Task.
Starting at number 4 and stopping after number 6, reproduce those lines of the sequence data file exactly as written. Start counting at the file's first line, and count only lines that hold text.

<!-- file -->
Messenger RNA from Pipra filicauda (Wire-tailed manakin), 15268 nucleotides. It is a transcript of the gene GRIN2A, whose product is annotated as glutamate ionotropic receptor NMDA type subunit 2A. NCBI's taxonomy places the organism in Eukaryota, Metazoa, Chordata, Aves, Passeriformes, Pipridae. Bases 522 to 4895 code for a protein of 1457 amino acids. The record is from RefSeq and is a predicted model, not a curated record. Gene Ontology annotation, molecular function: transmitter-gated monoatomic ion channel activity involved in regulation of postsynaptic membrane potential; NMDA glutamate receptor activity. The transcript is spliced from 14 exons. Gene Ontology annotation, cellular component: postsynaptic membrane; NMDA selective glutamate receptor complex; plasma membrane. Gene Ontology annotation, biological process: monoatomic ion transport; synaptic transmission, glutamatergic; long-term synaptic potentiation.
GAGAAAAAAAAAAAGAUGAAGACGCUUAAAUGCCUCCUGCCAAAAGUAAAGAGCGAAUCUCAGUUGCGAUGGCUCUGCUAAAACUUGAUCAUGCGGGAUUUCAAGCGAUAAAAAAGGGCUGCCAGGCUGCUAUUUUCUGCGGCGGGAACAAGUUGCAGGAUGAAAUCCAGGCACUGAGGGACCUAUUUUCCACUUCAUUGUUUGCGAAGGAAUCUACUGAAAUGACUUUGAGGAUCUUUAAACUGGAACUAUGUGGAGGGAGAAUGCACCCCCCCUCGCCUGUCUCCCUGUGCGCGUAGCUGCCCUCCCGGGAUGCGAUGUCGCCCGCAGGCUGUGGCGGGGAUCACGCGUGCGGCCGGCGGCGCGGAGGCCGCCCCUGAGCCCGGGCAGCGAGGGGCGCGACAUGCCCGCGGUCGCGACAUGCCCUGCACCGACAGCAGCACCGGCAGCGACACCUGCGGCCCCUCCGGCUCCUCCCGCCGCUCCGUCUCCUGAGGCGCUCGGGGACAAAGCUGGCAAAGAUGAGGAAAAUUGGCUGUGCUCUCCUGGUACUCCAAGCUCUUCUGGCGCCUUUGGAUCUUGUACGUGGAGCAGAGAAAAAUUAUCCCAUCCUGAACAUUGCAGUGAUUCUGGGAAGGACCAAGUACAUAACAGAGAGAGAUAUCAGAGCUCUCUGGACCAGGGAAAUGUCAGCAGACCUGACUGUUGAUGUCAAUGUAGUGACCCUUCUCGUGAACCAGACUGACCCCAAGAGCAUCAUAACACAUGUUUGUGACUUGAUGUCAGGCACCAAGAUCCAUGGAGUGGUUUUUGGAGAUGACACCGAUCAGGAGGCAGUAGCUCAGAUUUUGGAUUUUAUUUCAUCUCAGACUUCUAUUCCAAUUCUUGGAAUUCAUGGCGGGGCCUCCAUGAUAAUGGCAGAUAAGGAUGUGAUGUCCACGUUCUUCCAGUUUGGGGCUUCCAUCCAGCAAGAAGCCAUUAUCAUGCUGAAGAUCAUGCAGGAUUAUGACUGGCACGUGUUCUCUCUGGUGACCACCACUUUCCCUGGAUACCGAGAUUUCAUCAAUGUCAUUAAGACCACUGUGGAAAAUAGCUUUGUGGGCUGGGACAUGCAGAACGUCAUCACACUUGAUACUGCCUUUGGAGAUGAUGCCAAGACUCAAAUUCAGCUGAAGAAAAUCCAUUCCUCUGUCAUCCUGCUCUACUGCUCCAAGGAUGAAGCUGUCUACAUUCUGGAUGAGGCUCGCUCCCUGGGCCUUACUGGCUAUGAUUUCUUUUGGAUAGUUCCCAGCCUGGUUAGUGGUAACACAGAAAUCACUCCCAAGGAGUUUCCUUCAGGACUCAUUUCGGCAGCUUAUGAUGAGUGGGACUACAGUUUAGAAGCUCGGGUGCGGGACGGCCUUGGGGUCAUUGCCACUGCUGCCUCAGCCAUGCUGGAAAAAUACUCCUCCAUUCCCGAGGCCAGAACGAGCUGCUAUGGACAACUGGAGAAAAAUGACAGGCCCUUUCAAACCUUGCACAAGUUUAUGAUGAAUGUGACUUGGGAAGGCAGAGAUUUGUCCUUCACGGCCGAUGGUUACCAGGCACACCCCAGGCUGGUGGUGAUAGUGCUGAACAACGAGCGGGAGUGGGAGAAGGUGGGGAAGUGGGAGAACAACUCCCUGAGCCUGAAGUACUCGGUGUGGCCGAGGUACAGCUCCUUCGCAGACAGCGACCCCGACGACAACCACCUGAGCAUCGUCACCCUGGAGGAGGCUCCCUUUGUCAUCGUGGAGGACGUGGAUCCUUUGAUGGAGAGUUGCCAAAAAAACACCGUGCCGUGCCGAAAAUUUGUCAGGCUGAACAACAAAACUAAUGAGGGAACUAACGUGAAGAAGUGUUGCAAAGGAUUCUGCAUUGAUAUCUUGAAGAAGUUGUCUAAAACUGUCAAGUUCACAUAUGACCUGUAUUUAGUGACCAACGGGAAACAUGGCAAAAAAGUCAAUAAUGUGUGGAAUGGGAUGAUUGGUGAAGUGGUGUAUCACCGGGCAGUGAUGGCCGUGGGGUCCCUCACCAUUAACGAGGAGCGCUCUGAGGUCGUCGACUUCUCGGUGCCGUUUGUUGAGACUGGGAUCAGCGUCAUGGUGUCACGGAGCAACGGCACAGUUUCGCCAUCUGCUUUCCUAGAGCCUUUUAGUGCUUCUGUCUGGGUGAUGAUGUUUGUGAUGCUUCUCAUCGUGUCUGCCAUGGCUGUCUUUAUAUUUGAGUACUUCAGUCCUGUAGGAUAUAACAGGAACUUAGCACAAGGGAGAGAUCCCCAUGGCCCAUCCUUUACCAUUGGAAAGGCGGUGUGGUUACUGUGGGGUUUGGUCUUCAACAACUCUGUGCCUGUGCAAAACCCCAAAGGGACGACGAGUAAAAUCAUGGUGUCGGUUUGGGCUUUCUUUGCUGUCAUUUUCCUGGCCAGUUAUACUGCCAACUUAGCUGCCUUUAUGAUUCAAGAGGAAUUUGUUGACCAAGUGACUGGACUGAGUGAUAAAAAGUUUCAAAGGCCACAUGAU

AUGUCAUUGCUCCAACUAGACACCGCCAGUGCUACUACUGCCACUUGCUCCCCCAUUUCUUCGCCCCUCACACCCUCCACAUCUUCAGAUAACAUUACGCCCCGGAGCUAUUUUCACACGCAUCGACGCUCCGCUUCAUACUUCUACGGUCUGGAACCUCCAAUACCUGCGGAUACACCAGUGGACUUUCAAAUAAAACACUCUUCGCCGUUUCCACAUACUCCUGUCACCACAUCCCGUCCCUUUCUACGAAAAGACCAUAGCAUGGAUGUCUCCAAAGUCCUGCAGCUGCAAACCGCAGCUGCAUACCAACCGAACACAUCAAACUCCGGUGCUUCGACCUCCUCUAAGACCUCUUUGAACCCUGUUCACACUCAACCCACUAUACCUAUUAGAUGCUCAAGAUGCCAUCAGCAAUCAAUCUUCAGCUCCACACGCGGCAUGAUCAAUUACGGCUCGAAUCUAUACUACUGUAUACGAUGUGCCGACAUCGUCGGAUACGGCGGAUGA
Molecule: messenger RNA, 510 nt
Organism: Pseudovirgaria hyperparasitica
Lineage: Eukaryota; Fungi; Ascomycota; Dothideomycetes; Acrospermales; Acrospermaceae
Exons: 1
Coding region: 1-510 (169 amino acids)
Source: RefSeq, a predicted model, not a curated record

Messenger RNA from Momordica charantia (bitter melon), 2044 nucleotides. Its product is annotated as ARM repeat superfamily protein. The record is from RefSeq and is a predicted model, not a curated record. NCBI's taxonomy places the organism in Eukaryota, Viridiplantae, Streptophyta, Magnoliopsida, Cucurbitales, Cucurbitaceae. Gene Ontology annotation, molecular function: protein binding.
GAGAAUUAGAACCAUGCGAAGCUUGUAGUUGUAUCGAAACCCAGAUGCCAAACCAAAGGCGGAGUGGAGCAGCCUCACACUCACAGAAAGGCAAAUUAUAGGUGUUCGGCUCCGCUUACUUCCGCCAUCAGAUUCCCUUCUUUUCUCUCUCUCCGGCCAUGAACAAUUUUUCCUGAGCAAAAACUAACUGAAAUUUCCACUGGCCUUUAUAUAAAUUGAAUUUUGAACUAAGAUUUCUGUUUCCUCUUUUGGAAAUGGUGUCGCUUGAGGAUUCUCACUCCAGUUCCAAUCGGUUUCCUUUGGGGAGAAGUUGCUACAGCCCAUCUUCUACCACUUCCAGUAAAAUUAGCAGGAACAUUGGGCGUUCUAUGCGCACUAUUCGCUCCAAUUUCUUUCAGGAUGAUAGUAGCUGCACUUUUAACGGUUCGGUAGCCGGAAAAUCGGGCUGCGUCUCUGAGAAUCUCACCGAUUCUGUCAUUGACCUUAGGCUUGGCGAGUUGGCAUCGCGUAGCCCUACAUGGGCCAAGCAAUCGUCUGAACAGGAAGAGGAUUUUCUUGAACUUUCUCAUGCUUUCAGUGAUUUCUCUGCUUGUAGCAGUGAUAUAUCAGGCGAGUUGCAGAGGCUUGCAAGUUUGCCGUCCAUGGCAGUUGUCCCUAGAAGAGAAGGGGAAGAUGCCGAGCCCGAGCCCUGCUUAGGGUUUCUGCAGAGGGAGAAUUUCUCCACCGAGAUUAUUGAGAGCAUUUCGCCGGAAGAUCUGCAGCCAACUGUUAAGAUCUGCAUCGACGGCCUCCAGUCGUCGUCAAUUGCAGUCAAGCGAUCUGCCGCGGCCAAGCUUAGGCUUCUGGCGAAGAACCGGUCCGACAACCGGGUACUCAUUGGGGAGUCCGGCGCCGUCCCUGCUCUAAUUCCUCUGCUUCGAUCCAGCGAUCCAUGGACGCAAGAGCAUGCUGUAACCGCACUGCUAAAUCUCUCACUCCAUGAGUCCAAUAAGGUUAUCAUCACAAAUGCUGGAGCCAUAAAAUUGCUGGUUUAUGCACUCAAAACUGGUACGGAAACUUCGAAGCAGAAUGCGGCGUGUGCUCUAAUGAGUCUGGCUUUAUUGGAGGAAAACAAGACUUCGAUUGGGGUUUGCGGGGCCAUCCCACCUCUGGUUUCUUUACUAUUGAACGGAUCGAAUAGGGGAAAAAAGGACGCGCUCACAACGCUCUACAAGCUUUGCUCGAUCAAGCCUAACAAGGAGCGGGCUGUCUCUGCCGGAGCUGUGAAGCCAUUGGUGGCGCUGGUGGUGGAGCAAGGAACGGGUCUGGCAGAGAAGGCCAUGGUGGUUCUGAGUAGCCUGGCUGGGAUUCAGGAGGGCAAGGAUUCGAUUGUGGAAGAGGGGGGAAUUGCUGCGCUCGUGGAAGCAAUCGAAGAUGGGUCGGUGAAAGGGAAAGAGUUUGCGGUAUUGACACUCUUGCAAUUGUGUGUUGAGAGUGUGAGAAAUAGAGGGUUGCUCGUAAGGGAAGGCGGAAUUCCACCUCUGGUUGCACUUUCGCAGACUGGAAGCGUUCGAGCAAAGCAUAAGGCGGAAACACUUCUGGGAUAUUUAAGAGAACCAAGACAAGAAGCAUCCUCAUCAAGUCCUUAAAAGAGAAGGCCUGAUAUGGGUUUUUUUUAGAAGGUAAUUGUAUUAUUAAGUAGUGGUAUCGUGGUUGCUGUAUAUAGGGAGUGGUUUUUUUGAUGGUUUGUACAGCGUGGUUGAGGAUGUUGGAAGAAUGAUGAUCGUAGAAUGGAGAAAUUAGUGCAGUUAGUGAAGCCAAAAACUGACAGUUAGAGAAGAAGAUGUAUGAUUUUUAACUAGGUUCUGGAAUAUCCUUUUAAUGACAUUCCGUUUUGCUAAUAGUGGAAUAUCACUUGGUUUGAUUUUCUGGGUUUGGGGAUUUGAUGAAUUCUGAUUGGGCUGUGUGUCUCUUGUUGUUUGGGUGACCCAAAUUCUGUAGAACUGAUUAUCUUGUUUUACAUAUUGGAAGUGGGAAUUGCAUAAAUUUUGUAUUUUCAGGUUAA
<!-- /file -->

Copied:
Molecule: messenger RNA, 510 nt
Organism: Pseudovirgaria hyperparasitica
Lineage: Eukaryota; Fungi; Ascomycota; Dothideomycetes; Acrospermales; Acrospermaceae